The Review and Herald


December 25, 1894

Our Duty to the Poor and Afflicted


“If there be among you a poor man of one of thy brethren within any of thy gates in thy land which the Lord thy God giveth thee, thou shalt not harden thine heart, nor shut thine hand from thy poor brother; but thou shalt open thine hand wide unto him, and shalt surely lend him sufficient for his need, in that which he wanted. Beware that there be not a thought in thy wicked heart, saying, The seventh year, the year of release, is at hand; and thine eye be evil against thy poor brother, and thou givest him naught; and he cry unto the Lord against thee, and it be sin unto thee. Thou shalt surely give him, and thine heart shall not be grieved when thou givest unto him; because that for this thing the Lord thy God shall bless thee in all thy works, and in all that thou puttest thine hand unto. For the poor shall never cease out of the land; therefore I command thee, saying, Thou shalt open thine hand wide unto thy brother, to thy poor, and to thy needy, in thy land.” RH December 25, 1894, par. 1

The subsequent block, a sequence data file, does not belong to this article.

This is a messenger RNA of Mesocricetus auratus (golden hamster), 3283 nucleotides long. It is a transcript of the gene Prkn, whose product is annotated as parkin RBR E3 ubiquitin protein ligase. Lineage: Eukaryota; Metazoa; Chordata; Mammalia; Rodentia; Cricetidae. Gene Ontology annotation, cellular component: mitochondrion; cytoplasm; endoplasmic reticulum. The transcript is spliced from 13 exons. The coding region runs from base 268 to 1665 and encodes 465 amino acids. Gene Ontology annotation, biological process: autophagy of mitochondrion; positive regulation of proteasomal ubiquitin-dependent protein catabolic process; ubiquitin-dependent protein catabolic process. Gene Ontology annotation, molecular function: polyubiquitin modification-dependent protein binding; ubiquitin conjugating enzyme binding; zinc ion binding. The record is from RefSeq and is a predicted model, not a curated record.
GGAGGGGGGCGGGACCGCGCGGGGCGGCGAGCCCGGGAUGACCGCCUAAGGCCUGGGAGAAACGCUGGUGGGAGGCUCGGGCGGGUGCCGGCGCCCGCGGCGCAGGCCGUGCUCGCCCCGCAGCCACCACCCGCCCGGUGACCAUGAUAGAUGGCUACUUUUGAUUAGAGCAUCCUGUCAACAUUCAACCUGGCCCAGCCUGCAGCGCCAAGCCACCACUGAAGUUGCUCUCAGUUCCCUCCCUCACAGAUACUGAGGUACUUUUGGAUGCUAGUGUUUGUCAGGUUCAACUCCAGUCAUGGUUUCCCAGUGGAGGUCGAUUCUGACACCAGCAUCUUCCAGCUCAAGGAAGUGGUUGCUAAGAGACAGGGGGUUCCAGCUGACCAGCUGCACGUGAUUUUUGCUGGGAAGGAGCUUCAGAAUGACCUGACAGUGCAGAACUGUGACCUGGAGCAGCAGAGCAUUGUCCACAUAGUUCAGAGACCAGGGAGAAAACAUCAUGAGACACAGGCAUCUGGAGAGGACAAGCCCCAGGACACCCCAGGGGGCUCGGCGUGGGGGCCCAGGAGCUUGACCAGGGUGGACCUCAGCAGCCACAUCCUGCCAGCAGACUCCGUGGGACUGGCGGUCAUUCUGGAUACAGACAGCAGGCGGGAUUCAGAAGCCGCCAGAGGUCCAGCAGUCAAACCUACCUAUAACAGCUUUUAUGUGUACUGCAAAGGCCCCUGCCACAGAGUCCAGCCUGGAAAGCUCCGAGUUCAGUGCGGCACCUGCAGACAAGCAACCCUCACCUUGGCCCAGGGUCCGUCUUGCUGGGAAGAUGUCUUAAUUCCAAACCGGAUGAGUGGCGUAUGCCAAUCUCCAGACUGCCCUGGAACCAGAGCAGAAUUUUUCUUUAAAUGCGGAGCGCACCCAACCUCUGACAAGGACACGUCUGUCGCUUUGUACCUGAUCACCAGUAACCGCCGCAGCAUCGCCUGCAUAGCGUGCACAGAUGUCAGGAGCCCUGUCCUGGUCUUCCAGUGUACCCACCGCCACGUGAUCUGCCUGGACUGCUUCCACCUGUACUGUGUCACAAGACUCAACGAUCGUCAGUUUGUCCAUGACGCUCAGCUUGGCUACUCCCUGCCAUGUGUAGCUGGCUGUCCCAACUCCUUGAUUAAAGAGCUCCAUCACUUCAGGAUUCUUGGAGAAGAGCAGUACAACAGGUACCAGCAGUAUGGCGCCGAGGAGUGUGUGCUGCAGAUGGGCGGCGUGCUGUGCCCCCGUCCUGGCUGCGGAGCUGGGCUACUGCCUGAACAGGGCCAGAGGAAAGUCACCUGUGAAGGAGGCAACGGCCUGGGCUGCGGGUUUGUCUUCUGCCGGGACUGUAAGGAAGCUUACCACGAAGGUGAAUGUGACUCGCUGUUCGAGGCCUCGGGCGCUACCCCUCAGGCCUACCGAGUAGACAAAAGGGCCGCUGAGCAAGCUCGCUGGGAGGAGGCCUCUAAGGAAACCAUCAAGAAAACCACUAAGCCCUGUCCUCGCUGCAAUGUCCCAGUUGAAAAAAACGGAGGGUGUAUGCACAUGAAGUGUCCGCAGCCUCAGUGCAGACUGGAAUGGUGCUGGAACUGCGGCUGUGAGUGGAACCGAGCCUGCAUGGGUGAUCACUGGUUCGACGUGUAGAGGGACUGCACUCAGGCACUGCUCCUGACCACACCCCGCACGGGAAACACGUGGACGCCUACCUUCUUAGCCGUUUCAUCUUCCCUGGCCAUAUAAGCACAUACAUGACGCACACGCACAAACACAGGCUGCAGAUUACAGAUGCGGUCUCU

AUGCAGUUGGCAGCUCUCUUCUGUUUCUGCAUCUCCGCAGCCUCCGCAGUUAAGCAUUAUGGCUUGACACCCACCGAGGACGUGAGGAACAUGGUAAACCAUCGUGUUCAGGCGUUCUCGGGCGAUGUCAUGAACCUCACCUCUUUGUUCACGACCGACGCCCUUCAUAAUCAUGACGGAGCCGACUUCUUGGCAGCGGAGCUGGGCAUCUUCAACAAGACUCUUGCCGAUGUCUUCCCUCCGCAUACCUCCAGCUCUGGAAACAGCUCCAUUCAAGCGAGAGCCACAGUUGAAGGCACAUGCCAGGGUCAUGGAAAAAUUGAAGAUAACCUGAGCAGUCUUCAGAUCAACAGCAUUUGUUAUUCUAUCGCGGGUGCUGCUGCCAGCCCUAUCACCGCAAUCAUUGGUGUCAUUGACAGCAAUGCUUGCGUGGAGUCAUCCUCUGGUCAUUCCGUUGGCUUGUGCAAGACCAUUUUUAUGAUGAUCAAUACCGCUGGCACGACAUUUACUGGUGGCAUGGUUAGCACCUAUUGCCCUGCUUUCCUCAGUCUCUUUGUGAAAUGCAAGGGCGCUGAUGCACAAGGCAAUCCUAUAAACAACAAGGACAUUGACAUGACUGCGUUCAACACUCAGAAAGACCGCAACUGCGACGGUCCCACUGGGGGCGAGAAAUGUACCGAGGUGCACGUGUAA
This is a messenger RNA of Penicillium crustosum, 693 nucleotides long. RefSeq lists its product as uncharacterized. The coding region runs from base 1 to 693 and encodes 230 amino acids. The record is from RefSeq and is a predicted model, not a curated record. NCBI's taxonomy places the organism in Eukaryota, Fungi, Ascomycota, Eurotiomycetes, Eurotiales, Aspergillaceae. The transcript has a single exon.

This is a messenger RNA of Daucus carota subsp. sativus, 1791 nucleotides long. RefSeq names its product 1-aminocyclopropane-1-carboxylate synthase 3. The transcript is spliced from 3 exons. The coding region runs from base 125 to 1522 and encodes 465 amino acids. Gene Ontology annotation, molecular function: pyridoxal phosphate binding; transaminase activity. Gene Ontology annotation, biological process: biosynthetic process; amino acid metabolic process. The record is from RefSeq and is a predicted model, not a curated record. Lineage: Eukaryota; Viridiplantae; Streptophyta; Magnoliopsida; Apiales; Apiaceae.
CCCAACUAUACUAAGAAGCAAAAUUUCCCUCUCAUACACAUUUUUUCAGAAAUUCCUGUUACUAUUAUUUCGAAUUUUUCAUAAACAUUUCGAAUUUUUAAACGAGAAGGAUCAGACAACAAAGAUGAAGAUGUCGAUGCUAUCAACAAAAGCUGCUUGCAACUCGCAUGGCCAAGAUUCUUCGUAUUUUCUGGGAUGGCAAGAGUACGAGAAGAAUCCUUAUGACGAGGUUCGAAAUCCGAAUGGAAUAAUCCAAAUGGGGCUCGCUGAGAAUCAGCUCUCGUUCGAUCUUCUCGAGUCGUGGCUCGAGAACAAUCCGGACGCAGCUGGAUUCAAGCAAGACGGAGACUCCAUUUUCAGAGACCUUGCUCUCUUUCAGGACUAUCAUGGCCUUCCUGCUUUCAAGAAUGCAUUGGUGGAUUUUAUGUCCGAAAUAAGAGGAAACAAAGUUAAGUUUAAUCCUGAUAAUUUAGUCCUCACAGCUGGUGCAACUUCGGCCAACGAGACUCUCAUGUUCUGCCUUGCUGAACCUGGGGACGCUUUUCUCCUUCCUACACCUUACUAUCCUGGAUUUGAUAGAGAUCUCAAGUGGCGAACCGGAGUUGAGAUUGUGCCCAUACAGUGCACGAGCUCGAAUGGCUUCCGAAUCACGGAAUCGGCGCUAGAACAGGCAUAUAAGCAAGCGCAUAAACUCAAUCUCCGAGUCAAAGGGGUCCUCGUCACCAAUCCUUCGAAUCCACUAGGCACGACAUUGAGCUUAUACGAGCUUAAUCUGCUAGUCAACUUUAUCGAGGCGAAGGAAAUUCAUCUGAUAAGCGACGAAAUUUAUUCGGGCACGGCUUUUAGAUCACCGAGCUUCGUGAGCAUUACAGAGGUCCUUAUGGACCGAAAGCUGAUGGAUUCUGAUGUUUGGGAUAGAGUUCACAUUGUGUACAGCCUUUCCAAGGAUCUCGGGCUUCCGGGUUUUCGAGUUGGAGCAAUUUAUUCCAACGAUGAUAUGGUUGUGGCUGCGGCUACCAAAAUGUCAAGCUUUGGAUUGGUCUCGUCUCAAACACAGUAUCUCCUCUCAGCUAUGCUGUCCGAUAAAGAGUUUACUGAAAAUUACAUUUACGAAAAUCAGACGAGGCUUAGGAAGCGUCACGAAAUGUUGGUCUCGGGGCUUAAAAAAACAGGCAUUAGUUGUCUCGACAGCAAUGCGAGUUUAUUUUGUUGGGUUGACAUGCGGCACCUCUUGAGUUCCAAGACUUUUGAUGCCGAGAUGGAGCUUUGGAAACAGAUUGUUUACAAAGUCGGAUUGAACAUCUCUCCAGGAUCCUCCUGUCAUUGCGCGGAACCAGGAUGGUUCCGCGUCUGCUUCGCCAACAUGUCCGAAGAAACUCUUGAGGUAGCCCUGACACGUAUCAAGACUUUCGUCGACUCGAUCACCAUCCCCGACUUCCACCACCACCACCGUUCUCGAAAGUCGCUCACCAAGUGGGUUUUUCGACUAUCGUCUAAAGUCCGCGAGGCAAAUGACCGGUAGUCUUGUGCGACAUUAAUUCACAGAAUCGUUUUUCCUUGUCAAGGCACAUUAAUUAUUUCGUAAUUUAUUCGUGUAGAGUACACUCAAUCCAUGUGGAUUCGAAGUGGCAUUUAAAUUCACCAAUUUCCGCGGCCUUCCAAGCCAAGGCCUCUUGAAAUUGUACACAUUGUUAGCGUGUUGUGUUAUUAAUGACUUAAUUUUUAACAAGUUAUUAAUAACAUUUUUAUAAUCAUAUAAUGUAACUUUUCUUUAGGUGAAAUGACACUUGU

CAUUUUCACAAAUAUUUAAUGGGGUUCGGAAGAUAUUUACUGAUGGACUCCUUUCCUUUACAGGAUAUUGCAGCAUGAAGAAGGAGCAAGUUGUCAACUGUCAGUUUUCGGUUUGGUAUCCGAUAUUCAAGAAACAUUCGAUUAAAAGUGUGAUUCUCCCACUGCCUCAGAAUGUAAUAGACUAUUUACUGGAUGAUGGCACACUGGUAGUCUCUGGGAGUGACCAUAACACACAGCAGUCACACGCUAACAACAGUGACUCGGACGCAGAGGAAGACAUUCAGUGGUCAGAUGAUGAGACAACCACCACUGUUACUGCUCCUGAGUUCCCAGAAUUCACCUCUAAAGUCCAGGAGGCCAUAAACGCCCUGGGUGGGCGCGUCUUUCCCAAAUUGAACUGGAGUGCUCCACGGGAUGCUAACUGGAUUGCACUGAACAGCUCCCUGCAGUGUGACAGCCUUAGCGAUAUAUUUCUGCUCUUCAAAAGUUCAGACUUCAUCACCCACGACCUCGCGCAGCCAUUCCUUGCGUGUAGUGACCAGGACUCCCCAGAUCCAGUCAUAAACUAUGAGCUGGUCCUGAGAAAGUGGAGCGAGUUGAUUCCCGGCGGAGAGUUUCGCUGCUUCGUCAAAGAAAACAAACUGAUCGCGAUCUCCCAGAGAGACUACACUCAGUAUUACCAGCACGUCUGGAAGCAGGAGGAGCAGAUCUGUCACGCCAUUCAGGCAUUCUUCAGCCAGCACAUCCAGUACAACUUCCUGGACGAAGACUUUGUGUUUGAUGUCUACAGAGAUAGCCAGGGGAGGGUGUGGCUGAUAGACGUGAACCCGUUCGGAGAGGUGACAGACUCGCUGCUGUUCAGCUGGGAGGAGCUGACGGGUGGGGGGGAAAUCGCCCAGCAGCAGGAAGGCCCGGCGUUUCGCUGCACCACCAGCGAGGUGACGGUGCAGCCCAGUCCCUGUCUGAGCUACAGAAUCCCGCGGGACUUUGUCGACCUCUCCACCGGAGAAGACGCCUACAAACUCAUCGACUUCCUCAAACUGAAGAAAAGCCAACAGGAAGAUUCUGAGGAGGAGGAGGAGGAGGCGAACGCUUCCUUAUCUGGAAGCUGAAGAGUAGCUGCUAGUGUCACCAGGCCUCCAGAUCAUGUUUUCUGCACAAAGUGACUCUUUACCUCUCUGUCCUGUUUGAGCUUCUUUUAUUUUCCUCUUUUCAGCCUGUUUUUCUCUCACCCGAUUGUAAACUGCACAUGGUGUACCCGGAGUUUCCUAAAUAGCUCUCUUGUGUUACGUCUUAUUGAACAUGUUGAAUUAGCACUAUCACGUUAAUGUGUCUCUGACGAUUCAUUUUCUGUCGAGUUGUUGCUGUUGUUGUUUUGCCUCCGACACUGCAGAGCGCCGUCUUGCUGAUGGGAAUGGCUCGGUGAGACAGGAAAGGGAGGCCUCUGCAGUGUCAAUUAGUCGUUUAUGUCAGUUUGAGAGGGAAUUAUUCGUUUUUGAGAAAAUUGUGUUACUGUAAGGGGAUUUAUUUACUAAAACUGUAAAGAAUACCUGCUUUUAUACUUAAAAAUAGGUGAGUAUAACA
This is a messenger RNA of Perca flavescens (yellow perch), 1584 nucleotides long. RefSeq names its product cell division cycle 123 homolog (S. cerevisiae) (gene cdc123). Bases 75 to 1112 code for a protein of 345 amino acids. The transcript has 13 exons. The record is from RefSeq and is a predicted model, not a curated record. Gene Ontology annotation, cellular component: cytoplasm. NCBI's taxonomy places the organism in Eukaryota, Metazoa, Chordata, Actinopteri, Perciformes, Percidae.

In the Old Testament the very same principles were revealed as those which Christ gave in his sermon on the mount. The scribes and Pharisees knew so little of these principles through every-day practice, that Christ's sermon on the mount was as a new revelation to them, and sounded like heresy to their ears. They had misinterpreted the Scripture, and regarded the maxims and sayings of men that had passed to them from rabbi to rabbi, as having the sanctity of inspiration. But the commands of men were not like the divine commands, and better suited their carnal hearts. Jesus, who had instituted the law, knew just how far these professedly pious teachers had departed from the law, and how far they had made it void by their traditions. They had worshipped God in vain, “teaching for doctrines the commandments of men.” RH December 25, 1894, par. 2